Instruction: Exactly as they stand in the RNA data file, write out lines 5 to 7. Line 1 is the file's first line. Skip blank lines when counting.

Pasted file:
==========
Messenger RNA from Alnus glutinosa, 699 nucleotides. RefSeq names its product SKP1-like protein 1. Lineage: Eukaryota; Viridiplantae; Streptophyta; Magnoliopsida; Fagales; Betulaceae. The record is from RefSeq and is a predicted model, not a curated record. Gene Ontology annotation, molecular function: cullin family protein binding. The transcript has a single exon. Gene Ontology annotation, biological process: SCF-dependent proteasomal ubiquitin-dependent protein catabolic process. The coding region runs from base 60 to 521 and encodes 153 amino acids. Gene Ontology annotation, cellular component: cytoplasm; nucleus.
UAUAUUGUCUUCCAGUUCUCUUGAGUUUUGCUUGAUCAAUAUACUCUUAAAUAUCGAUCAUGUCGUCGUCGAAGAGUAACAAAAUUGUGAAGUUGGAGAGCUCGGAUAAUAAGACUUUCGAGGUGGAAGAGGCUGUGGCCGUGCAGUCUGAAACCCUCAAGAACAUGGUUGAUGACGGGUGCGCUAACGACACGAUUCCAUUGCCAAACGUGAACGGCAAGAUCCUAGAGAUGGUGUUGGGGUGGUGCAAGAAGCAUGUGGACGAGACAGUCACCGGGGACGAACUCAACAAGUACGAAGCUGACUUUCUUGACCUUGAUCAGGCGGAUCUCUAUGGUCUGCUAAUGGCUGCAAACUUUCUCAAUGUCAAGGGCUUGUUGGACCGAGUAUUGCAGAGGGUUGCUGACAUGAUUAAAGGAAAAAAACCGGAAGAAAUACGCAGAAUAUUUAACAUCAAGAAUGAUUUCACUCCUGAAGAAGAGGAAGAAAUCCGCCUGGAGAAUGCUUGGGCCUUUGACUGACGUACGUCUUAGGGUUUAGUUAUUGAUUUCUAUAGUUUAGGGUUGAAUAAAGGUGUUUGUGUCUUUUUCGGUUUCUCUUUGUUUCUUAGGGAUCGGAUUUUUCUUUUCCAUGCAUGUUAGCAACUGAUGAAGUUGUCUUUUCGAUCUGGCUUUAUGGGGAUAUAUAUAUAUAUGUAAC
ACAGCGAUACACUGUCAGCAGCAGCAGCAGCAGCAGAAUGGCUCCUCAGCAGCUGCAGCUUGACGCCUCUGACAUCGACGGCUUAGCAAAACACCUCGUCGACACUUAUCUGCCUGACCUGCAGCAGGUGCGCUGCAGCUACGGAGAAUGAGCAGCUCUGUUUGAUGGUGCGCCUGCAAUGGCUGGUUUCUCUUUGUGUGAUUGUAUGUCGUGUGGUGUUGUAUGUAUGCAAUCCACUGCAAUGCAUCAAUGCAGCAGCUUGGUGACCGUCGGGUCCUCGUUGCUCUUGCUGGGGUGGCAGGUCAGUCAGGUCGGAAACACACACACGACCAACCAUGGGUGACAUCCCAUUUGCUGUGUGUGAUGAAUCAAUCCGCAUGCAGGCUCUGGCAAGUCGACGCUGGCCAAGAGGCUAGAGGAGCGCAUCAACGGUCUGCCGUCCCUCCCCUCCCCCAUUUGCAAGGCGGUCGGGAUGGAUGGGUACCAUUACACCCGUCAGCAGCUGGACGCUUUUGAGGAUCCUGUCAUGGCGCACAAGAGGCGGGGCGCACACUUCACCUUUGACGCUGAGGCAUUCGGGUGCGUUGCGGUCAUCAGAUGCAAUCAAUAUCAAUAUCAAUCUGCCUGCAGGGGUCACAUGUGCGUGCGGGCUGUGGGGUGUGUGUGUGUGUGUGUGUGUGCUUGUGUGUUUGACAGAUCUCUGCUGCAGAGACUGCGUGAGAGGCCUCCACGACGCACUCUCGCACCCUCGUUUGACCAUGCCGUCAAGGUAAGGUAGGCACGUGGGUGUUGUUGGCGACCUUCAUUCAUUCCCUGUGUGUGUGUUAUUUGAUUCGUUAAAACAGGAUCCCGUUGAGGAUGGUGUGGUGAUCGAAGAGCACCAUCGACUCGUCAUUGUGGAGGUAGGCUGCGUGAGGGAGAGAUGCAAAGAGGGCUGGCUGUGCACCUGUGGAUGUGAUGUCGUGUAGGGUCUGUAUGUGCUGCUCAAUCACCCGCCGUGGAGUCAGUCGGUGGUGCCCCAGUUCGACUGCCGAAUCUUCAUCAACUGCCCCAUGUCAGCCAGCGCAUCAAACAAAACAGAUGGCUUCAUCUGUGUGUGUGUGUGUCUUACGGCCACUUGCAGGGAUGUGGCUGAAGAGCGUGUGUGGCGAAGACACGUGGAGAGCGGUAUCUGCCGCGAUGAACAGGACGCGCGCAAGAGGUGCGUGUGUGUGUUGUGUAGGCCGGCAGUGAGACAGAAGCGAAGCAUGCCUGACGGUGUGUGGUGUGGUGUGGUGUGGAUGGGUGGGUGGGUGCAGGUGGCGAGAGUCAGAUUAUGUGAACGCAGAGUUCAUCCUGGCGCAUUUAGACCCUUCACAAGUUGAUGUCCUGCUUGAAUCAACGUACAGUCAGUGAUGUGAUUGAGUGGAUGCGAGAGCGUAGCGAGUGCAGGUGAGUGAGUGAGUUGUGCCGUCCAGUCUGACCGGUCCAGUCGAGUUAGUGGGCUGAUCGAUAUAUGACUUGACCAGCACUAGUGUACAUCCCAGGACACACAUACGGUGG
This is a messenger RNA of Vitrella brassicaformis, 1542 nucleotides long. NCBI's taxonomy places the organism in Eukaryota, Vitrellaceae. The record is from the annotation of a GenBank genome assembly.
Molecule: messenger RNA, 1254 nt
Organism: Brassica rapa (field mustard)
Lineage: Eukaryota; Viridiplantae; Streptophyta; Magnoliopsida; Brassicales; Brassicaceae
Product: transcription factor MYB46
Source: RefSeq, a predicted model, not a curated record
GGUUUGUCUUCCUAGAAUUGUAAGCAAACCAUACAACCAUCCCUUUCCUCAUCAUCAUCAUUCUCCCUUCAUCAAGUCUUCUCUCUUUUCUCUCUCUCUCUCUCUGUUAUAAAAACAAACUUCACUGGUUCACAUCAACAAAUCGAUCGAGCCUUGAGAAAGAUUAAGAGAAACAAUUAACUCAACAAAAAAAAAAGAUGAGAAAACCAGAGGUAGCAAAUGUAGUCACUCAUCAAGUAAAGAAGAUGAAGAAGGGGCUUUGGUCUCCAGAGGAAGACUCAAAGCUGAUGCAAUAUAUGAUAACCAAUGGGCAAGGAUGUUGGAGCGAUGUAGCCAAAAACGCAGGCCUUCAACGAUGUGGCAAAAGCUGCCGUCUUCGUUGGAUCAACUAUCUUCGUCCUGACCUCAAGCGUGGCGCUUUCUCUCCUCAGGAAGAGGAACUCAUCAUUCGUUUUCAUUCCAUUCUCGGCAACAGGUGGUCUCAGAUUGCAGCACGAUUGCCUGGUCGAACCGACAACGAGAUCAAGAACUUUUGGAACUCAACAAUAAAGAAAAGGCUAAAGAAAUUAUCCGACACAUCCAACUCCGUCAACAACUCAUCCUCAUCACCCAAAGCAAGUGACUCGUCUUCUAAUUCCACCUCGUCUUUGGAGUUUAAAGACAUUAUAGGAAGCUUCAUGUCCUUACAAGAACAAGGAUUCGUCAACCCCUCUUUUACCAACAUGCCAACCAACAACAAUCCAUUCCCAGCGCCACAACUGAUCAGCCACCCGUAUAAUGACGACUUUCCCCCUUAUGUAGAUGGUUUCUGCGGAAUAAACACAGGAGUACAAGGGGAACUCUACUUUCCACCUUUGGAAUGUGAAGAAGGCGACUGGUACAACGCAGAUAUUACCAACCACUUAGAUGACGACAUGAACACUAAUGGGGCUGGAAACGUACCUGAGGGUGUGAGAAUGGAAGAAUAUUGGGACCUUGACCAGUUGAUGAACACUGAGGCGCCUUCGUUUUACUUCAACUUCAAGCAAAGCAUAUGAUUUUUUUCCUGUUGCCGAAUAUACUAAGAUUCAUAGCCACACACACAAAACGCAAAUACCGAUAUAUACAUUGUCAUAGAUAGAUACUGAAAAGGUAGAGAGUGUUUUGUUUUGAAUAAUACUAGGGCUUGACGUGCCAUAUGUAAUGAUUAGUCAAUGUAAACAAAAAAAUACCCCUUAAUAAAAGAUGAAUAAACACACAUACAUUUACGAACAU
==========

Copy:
Molecule: messenger RNA, 1254 nt
Organism: Brassica rapa (field mustard)
Lineage: Eukaryota; Viridiplantae; Streptophyta; Magnoliopsida; Brassicales; Brassicaceae